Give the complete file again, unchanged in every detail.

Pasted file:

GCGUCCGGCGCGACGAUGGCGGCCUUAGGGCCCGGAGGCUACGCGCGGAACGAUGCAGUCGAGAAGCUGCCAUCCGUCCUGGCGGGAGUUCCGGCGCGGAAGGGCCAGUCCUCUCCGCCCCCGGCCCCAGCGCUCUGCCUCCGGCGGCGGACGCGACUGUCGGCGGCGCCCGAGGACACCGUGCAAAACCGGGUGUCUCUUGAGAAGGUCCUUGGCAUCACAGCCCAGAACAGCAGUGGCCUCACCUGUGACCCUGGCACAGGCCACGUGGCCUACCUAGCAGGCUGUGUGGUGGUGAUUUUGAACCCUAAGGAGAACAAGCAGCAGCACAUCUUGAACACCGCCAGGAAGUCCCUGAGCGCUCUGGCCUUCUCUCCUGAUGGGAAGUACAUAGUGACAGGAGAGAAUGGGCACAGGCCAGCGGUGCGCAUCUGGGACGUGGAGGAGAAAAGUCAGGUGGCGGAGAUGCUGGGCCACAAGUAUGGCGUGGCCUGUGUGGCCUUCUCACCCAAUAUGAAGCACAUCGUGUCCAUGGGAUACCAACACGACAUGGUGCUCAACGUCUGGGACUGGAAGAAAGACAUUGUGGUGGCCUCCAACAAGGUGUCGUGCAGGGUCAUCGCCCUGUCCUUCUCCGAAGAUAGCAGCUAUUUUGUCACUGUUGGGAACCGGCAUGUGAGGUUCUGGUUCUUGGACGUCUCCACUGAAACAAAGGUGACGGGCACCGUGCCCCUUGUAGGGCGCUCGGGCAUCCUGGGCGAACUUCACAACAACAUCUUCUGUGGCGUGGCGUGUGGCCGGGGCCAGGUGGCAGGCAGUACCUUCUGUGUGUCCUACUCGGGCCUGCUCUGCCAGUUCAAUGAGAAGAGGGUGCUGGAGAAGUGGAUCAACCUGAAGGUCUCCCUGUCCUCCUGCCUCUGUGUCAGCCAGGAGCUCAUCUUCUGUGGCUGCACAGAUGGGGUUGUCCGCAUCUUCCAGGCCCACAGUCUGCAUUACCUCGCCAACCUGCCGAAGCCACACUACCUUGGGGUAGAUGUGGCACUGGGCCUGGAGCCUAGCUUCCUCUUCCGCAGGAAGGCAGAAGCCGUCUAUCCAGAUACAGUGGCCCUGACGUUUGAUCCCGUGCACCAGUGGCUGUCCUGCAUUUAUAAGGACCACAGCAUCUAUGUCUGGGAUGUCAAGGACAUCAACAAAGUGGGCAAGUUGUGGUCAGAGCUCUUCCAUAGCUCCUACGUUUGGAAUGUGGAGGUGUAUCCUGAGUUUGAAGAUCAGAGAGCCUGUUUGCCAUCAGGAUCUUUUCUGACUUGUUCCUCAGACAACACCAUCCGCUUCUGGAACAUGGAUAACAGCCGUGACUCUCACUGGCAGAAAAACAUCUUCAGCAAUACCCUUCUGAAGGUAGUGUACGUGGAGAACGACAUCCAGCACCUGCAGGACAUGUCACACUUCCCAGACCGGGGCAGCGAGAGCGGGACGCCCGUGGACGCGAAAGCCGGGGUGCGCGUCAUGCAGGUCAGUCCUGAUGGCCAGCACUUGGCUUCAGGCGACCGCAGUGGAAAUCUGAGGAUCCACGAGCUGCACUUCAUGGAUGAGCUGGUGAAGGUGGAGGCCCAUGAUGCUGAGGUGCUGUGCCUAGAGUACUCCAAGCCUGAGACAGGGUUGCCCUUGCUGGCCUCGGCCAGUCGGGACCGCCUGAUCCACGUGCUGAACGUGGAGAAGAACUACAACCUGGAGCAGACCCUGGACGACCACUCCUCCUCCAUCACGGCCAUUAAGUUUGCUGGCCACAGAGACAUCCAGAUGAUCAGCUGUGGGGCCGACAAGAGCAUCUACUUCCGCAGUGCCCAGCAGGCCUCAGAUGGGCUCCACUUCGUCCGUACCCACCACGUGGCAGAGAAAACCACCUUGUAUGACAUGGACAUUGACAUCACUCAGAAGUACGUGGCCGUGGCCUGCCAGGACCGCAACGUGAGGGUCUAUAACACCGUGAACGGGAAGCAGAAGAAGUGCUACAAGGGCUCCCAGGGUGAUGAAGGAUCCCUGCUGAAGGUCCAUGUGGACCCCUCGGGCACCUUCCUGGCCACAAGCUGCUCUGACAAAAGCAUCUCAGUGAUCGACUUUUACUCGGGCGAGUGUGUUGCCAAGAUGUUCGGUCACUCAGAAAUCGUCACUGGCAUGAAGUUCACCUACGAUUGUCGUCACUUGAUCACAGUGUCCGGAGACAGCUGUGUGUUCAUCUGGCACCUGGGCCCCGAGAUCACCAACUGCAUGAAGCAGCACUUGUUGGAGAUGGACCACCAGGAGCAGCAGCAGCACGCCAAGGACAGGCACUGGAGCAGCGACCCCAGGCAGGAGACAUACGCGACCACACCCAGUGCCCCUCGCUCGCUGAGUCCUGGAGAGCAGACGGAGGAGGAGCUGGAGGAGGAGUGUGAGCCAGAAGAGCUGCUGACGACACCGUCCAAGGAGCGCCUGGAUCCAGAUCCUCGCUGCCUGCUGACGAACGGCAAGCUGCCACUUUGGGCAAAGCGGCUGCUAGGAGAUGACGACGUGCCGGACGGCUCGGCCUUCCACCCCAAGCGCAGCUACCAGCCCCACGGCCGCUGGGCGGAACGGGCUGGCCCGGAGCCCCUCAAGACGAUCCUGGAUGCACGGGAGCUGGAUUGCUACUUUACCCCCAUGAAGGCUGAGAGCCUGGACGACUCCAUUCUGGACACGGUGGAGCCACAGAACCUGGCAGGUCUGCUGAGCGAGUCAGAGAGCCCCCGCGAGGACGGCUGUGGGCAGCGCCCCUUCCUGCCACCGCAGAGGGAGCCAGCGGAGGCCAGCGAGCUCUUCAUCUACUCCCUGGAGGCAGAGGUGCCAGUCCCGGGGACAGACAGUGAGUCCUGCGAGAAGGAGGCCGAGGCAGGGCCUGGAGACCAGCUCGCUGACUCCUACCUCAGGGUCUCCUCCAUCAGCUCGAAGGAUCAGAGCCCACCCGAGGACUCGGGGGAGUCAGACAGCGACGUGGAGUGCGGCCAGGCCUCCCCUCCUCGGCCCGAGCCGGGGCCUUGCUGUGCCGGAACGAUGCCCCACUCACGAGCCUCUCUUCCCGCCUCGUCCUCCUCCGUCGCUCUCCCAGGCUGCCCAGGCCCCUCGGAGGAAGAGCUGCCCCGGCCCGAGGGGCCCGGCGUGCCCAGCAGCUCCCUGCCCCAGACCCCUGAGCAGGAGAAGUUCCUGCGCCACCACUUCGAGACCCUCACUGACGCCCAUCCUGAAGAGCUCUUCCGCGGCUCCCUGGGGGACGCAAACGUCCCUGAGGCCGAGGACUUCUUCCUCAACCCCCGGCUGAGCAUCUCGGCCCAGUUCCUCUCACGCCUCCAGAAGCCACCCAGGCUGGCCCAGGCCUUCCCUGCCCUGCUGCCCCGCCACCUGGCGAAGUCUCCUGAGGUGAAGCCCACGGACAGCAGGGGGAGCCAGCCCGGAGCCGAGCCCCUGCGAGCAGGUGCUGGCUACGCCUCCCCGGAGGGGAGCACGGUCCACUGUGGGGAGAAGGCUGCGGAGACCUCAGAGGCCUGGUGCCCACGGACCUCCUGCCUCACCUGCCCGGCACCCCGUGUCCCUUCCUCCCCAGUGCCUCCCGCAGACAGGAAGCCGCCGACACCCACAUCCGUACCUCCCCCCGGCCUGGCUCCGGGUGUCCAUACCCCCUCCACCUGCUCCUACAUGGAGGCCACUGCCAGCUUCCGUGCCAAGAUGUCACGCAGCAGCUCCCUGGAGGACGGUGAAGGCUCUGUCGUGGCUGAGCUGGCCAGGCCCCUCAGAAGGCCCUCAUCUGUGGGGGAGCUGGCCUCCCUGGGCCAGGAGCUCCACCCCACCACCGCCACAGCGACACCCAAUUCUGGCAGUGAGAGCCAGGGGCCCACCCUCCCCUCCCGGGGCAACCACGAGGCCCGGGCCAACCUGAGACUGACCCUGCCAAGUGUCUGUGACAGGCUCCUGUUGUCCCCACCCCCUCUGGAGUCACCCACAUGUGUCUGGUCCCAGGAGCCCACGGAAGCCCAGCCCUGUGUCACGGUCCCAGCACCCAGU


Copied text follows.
GCGUCCGGCGCGACGAUGGCGGCCUUAGGGCCCGGAGGCUACGCGCGGAACGAUGCAGUCGAGAAGCUGCCAUCCGUCCUGGCGGGAGUUCCGGCGCGGAAGGGCCAGUCCUCUCCGCCCCCGGCCCCAGCGCUCUGCCUCCGGCGGCGGACGCGACUGUCGGCGGCGCCCGAGGACACCGUGCAAAACCGGGUGUCUCUUGAGAAGGUCCUUGGCAUCACAGCCCAGAACAGCAGUGGCCUCACCUGUGACCCUGGCACAGGCCACGUGGCCUACCUAGCAGGCUGUGUGGUGGUGAUUUUGAACCCUAAGGAGAACAAGCAGCAGCACAUCUUGAACACCGCCAGGAAGUCCCUGAGCGCUCUGGCCUUCUCUCCUGAUGGGAAGUACAUAGUGACAGGAGAGAAUGGGCACAGGCCAGCGGUGCGCAUCUGGGACGUGGAGGAGAAAAGUCAGGUGGCGGAGAUGCUGGGCCACAAGUAUGGCGUGGCCUGUGUGGCCUUCUCACCCAAUAUGAAGCACAUCGUGUCCAUGGGAUACCAACACGACAUGGUGCUCAACGUCUGGGACUGGAAGAAAGACAUUGUGGUGGCCUCCAACAAGGUGUCGUGCAGGGUCAUCGCCCUGUCCUUCUCCGAAGAUAGCAGCUAUUUUGUCACUGUUGGGAACCGGCAUGUGAGGUUCUGGUUCUUGGACGUCUCCACUGAAACAAAGGUGACGGGCACCGUGCCCCUUGUAGGGCGCUCGGGCAUCCUGGGCGAACUUCACAACAACAUCUUCUGUGGCGUGGCGUGUGGCCGGGGCCAGGUGGCAGGCAGUACCUUCUGUGUGUCCUACUCGGGCCUGCUCUGCCAGUUCAAUGAGAAGAGGGUGCUGGAGAAGUGGAUCAACCUGAAGGUCUCCCUGUCCUCCUGCCUCUGUGUCAGCCAGGAGCUCAUCUUCUGUGGCUGCACAGAUGGGGUUGUCCGCAUCUUCCAGGCCCACAGUCUGCAUUACCUCGCCAACCUGCCGAAGCCACACUACCUUGGGGUAGAUGUGGCACUGGGCCUGGAGCCUAGCUUCCUCUUCCGCAGGAAGGCAGAAGCCGUCUAUCCAGAUACAGUGGCCCUGACGUUUGAUCCCGUGCACCAGUGGCUGUCCUGCAUUUAUAAGGACCACAGCAUCUAUGUCUGGGAUGUCAAGGACAUCAACAAAGUGGGCAAGUUGUGGUCAGAGCUCUUCCAUAGCUCCUACGUUUGGAAUGUGGAGGUGUAUCCUGAGUUUGAAGAUCAGAGAGCCUGUUUGCCAUCAGGAUCUUUUCUGACUUGUUCCUCAGACAACACCAUCCGCUUCUGGAACAUGGAUAACAGCCGUGACUCUCACUGGCAGAAAAACAUCUUCAGCAAUACCCUUCUGAAGGUAGUGUACGUGGAGAACGACAUCCAGCACCUGCAGGACAUGUCACACUUCCCAGACCGGGGCAGCGAGAGCGGGACGCCCGUGGACGCGAAAGCCGGGGUGCGCGUCAUGCAGGUCAGUCCUGAUGGCCAGCACUUGGCUUCAGGCGACCGCAGUGGAAAUCUGAGGAUCCACGAGCUGCACUUCAUGGAUGAGCUGGUGAAGGUGGAGGCCCAUGAUGCUGAGGUGCUGUGCCUAGAGUACUCCAAGCCUGAGACAGGGUUGCCCUUGCUGGCCUCGGCCAGUCGGGACCGCCUGAUCCACGUGCUGAACGUGGAGAAGAACUACAACCUGGAGCAGACCCUGGACGACCACUCCUCCUCCAUCACGGCCAUUAAGUUUGCUGGCCACAGAGACAUCCAGAUGAUCAGCUGUGGGGCCGACAAGAGCAUCUACUUCCGCAGUGCCCAGCAGGCCUCAGAUGGGCUCCACUUCGUCCGUACCCACCACGUGGCAGAGAAAACCACCUUGUAUGACAUGGACAUUGACAUCACUCAGAAGUACGUGGCCGUGGCCUGCCAGGACCGCAACGUGAGGGUCUAUAACACCGUGAACGGGAAGCAGAAGAAGUGCUACAAGGGCUCCCAGGGUGAUGAAGGAUCCCUGCUGAAGGUCCAUGUGGACCCCUCGGGCACCUUCCUGGCCACAAGCUGCUCUGACAAAAGCAUCUCAGUGAUCGACUUUUACUCGGGCGAGUGUGUUGCCAAGAUGUUCGGUCACUCAGAAAUCGUCACUGGCAUGAAGUUCACCUACGAUUGUCGUCACUUGAUCACAGUGUCCGGAGACAGCUGUGUGUUCAUCUGGCACCUGGGCCCCGAGAUCACCAACUGCAUGAAGCAGCACUUGUUGGAGAUGGACCACCAGGAGCAGCAGCAGCACGCCAAGGACAGGCACUGGAGCAGCGACCCCAGGCAGGAGACAUACGCGACCACACCCAGUGCCCCUCGCUCGCUGAGUCCUGGAGAGCAGACGGAGGAGGAGCUGGAGGAGGAGUGUGAGCCAGAAGAGCUGCUGACGACACCGUCCAAGGAGCGCCUGGAUCCAGAUCCUCGCUGCCUGCUGACGAACGGCAAGCUGCCACUUUGGGCAAAGCGGCUGCUAGGAGAUGACGACGUGCCGGACGGCUCGGCCUUCCACCCCAAGCGCAGCUACCAGCCCCACGGCCGCUGGGCGGAACGGGCUGGCCCGGAGCCCCUCAAGACGAUCCUGGAUGCACGGGAGCUGGAUUGCUACUUUACCCCCAUGAAGGCUGAGAGCCUGGACGACUCCAUUCUGGACACGGUGGAGCCACAGAACCUGGCAGGUCUGCUGAGCGAGUCAGAGAGCCCCCGCGAGGACGGCUGUGGGCAGCGCCCCUUCCUGCCACCGCAGAGGGAGCCAGCGGAGGCCAGCGAGCUCUUCAUCUACUCCCUGGAGGCAGAGGUGCCAGUCCCGGGGACAGACAGUGAGUCCUGCGAGAAGGAGGCCGAGGCAGGGCCUGGAGACCAGCUCGCUGACUCCUACCUCAGGGUCUCCUCCAUCAGCUCGAAGGAUCAGAGCCCACCCGAGGACUCGGGGGAGUCAGACAGCGACGUGGAGUGCGGCCAGGCCUCCCCUCCUCGGCCCGAGCCGGGGCCUUGCUGUGCCGGAACGAUGCCCCACUCACGAGCCUCUCUUCCCGCCUCGUCCUCCUCCGUCGCUCUCCCAGGCUGCCCAGGCCCCUCGGAGGAAGAGCUGCCCCGGCCCGAGGGGCCCGGCGUGCCCAGCAGCUCCCUGCCCCAGACCCCUGAGCAGGAGAAGUUCCUGCGCCACCACUUCGAGACCCUCACUGACGCCCAUCCUGAAGAGCUCUUCCGCGGCUCCCUGGGGGACGCAAACGUCCCUGAGGCCGAGGACUUCUUCCUCAACCCCCGGCUGAGCAUCUCGGCCCAGUUCCUCUCACGCCUCCAGAAGCCACCCAGGCUGGCCCAGGCCUUCCCUGCCCUGCUGCCCCGCCACCUGGCGAAGUCUCCUGAGGUGAAGCCCACGGACAGCAGGGGGAGCCAGCCCGGAGCCGAGCCCCUGCGAGCAGGUGCUGGCUACGCCUCCCCGGAGGGGAGCACGGUCCACUGUGGGGAGAAGGCUGCGGAGACCUCAGAGGCCUGGUGCCCACGGACCUCCUGCCUCACCUGCCCGGCACCCCGUGUCCCUUCCUCCCCAGUGCCUCCCGCAGACAGGAAGCCGCCGACACCCACAUCCGUACCUCCCCCCGGCCUGGCUCCGGGUGUCCAUACCCCCUCCACCUGCUCCUACAUGGAGGCCACUGCCAGCUUCCGUGCCAAGAUGUCACGCAGCAGCUCCCUGGAGGACGGUGAAGGCUCUGUCGUGGCUGAGCUGGCCAGGCCCCUCAGAAGGCCCUCAUCUGUGGGGGAGCUGGCCUCCCUGGGCCAGGAGCUCCACCCCACCACCGCCACAGCGACACCCAAUUCUGGCAGUGAGAGCCAGGGGCCCACCCUCCCCUCCCGGGGCAACCACGAGGCCCGGGCCAACCUGAGACUGACCCUGCCAAGUGUCUGUGACAGGCUCCUGUUGUCCCCACCCCCUCUGGAGUCACCCACAUGUGUCUGGUCCCAGGAGCCCACGGAAGCCCAGCCCUGUGUCACGGUCCCAGCACCCAGU